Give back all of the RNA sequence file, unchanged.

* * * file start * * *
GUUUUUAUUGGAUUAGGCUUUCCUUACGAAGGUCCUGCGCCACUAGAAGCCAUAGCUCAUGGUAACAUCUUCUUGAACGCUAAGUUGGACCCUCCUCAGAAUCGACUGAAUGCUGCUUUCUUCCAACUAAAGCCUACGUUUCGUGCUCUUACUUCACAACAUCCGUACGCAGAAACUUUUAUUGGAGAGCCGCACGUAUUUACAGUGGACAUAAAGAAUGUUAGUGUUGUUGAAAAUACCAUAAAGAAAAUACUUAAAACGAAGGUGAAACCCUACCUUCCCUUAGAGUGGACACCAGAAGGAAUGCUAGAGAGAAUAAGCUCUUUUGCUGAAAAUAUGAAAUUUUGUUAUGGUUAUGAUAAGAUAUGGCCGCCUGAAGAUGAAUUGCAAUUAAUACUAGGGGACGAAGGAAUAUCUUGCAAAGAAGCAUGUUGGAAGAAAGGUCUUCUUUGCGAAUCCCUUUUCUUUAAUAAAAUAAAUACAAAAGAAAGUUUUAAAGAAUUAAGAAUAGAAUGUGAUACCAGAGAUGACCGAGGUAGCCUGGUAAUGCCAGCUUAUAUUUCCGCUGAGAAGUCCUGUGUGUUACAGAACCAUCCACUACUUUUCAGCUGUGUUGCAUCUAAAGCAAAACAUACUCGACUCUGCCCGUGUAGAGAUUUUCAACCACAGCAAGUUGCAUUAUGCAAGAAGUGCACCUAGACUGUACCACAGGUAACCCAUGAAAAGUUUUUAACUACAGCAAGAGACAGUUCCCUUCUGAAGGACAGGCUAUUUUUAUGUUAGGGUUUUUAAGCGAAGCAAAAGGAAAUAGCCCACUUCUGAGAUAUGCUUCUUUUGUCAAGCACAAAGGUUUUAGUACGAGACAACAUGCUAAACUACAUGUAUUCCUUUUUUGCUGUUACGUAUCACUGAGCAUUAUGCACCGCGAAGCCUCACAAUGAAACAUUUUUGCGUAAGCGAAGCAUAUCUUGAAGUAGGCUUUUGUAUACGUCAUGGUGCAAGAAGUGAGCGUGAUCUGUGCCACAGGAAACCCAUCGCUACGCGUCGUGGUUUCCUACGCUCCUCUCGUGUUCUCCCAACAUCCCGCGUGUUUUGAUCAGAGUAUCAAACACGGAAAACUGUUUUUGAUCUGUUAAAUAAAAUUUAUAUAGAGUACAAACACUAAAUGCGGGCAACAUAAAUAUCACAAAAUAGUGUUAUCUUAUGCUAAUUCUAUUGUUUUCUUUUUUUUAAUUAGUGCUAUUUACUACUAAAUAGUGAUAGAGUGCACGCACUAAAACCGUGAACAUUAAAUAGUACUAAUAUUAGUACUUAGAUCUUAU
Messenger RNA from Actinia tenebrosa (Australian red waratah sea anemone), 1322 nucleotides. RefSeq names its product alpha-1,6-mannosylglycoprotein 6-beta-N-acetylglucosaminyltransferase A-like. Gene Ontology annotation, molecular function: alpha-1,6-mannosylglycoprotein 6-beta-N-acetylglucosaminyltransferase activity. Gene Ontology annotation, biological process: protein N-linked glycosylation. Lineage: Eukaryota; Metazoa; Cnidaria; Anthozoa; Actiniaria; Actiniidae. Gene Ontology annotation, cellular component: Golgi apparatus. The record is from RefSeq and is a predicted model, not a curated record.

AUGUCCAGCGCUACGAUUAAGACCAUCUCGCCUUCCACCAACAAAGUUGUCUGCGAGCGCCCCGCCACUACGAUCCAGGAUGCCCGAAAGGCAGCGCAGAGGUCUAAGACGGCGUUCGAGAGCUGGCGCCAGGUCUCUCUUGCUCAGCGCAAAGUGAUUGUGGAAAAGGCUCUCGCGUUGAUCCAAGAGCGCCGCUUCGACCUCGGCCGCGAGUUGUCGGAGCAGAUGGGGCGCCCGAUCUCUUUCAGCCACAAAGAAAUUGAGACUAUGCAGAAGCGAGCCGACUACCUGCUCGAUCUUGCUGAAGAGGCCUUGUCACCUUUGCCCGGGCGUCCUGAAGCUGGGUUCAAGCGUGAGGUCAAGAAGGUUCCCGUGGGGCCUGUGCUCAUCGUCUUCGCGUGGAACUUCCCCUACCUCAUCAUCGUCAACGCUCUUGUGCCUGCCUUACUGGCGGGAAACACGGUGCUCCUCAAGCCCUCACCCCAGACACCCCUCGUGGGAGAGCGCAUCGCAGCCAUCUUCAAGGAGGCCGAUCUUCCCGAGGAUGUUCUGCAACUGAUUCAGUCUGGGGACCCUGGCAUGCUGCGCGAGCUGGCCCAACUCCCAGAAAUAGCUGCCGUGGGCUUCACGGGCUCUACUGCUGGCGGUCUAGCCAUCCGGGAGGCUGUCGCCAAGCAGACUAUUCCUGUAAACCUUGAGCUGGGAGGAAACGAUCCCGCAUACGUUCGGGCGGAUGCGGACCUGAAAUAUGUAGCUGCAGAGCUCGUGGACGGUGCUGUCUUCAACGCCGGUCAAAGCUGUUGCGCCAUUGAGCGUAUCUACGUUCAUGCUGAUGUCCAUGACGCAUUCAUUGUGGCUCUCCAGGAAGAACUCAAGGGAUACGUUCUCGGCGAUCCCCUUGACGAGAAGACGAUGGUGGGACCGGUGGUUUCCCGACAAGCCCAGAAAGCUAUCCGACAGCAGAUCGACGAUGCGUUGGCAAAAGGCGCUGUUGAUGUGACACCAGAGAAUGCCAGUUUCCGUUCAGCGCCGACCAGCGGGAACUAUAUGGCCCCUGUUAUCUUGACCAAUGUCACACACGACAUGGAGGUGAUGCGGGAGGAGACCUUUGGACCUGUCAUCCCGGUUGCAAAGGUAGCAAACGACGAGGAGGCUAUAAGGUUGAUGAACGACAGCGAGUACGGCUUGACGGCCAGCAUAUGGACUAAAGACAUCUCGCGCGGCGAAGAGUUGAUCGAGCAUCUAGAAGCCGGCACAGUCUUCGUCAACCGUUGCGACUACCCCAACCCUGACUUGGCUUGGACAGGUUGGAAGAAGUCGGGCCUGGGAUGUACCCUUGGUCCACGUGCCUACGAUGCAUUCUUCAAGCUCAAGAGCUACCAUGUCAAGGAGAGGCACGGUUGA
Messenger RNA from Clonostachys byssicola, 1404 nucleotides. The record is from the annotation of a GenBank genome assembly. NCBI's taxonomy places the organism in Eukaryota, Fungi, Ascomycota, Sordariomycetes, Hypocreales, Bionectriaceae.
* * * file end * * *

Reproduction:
GUUUUUAUUGGAUUAGGCUUUCCUUACGAAGGUCCUGCGCCACUAGAAGCCAUAGCUCAUGGUAACAUCUUCUUGAACGCUAAGUUGGACCCUCCUCAGAAUCGACUGAAUGCUGCUUUCUUCCAACUAAAGCCUACGUUUCGUGCUCUUACUUCACAACAUCCGUACGCAGAAACUUUUAUUGGAGAGCCGCACGUAUUUACAGUGGACAUAAAGAAUGUUAGUGUUGUUGAAAAUACCAUAAAGAAAAUACUUAAAACGAAGGUGAAACCCUACCUUCCCUUAGAGUGGACACCAGAAGGAAUGCUAGAGAGAAUAAGCUCUUUUGCUGAAAAUAUGAAAUUUUGUUAUGGUUAUGAUAAGAUAUGGCCGCCUGAAGAUGAAUUGCAAUUAAUACUAGGGGACGAAGGAAUAUCUUGCAAAGAAGCAUGUUGGAAGAAAGGUCUUCUUUGCGAAUCCCUUUUCUUUAAUAAAAUAAAUACAAAAGAAAGUUUUAAAGAAUUAAGAAUAGAAUGUGAUACCAGAGAUGACCGAGGUAGCCUGGUAAUGCCAGCUUAUAUUUCCGCUGAGAAGUCCUGUGUGUUACAGAACCAUCCACUACUUUUCAGCUGUGUUGCAUCUAAAGCAAAACAUACUCGACUCUGCCCGUGUAGAGAUUUUCAACCACAGCAAGUUGCAUUAUGCAAGAAGUGCACCUAGACUGUACCACAGGUAACCCAUGAAAAGUUUUUAACUACAGCAAGAGACAGUUCCCUUCUGAAGGACAGGCUAUUUUUAUGUUAGGGUUUUUAAGCGAAGCAAAAGGAAAUAGCCCACUUCUGAGAUAUGCUUCUUUUGUCAAGCACAAAGGUUUUAGUACGAGACAACAUGCUAAACUACAUGUAUUCCUUUUUUGCUGUUACGUAUCACUGAGCAUUAUGCACCGCGAAGCCUCACAAUGAAACAUUUUUGCGUAAGCGAAGCAUAUCUUGAAGUAGGCUUUUGUAUACGUCAUGGUGCAAGAAGUGAGCGUGAUCUGUGCCACAGGAAACCCAUCGCUACGCGUCGUGGUUUCCUACGCUCCUCUCGUGUUCUCCCAACAUCCCGCGUGUUUUGAUCAGAGUAUCAAACACGGAAAACUGUUUUUGAUCUGUUAAAUAAAAUUUAUAUAGAGUACAAACACUAAAUGCGGGCAACAUAAAUAUCACAAAAUAGUGUUAUCUUAUGCUAAUUCUAUUGUUUUCUUUUUUUUAAUUAGUGCUAUUUACUACUAAAUAGUGAUAGAGUGCACGCACUAAAACCGUGAACAUUAAAUAGUACUAAUAUUAGUACUUAGAUCUUAU
Messenger RNA from Actinia tenebrosa (Australian red waratah sea anemone), 1322 nucleotides. RefSeq names its product alpha-1,6-mannosylglycoprotein 6-beta-N-acetylglucosaminyltransferase A-like. Gene Ontology annotation, molecular function: alpha-1,6-mannosylglycoprotein 6-beta-N-acetylglucosaminyltransferase activity. Gene Ontology annotation, biological process: protein N-linked glycosylation. Lineage: Eukaryota; Metazoa; Cnidaria; Anthozoa; Actiniaria; Actiniidae. Gene Ontology annotation, cellular component: Golgi apparatus. The record is from RefSeq and is a predicted model, not a curated record.

AUGUCCAGCGCUACGAUUAAGACCAUCUCGCCUUCCACCAACAAAGUUGUCUGCGAGCGCCCCGCCACUACGAUCCAGGAUGCCCGAAAGGCAGCGCAGAGGUCUAAGACGGCGUUCGAGAGCUGGCGCCAGGUCUCUCUUGCUCAGCGCAAAGUGAUUGUGGAAAAGGCUCUCGCGUUGAUCCAAGAGCGCCGCUUCGACCUCGGCCGCGAGUUGUCGGAGCAGAUGGGGCGCCCGAUCUCUUUCAGCCACAAAGAAAUUGAGACUAUGCAGAAGCGAGCCGACUACCUGCUCGAUCUUGCUGAAGAGGCCUUGUCACCUUUGCCCGGGCGUCCUGAAGCUGGGUUCAAGCGUGAGGUCAAGAAGGUUCCCGUGGGGCCUGUGCUCAUCGUCUUCGCGUGGAACUUCCCCUACCUCAUCAUCGUCAACGCUCUUGUGCCUGCCUUACUGGCGGGAAACACGGUGCUCCUCAAGCCCUCACCCCAGACACCCCUCGUGGGAGAGCGCAUCGCAGCCAUCUUCAAGGAGGCCGAUCUUCCCGAGGAUGUUCUGCAACUGAUUCAGUCUGGGGACCCUGGCAUGCUGCGCGAGCUGGCCCAACUCCCAGAAAUAGCUGCCGUGGGCUUCACGGGCUCUACUGCUGGCGGUCUAGCCAUCCGGGAGGCUGUCGCCAAGCAGACUAUUCCUGUAAACCUUGAGCUGGGAGGAAACGAUCCCGCAUACGUUCGGGCGGAUGCGGACCUGAAAUAUGUAGCUGCAGAGCUCGUGGACGGUGCUGUCUUCAACGCCGGUCAAAGCUGUUGCGCCAUUGAGCGUAUCUACGUUCAUGCUGAUGUCCAUGACGCAUUCAUUGUGGCUCUCCAGGAAGAACUCAAGGGAUACGUUCUCGGCGAUCCCCUUGACGAGAAGACGAUGGUGGGACCGGUGGUUUCCCGACAAGCCCAGAAAGCUAUCCGACAGCAGAUCGACGAUGCGUUGGCAAAAGGCGCUGUUGAUGUGACACCAGAGAAUGCCAGUUUCCGUUCAGCGCCGACCAGCGGGAACUAUAUGGCCCCUGUUAUCUUGACCAAUGUCACACACGACAUGGAGGUGAUGCGGGAGGAGACCUUUGGACCUGUCAUCCCGGUUGCAAAGGUAGCAAACGACGAGGAGGCUAUAAGGUUGAUGAACGACAGCGAGUACGGCUUGACGGCCAGCAUAUGGACUAAAGACAUCUCGCGCGGCGAAGAGUUGAUCGAGCAUCUAGAAGCCGGCACAGUCUUCGUCAACCGUUGCGACUACCCCAACCCUGACUUGGCUUGGACAGGUUGGAAGAAGUCGGGCCUGGGAUGUACCCUUGGUCCACGUGCCUACGAUGCAUUCUUCAAGCUCAAGAGCUACCAUGUCAAGGAGAGGCACGGUUGA
Messenger RNA from Clonostachys byssicola, 1404 nucleotides. The record is from the annotation of a GenBank genome assembly. NCBI's taxonomy places the organism in Eukaryota, Fungi, Ascomycota, Sordariomycetes, Hypocreales, Bionectriaceae.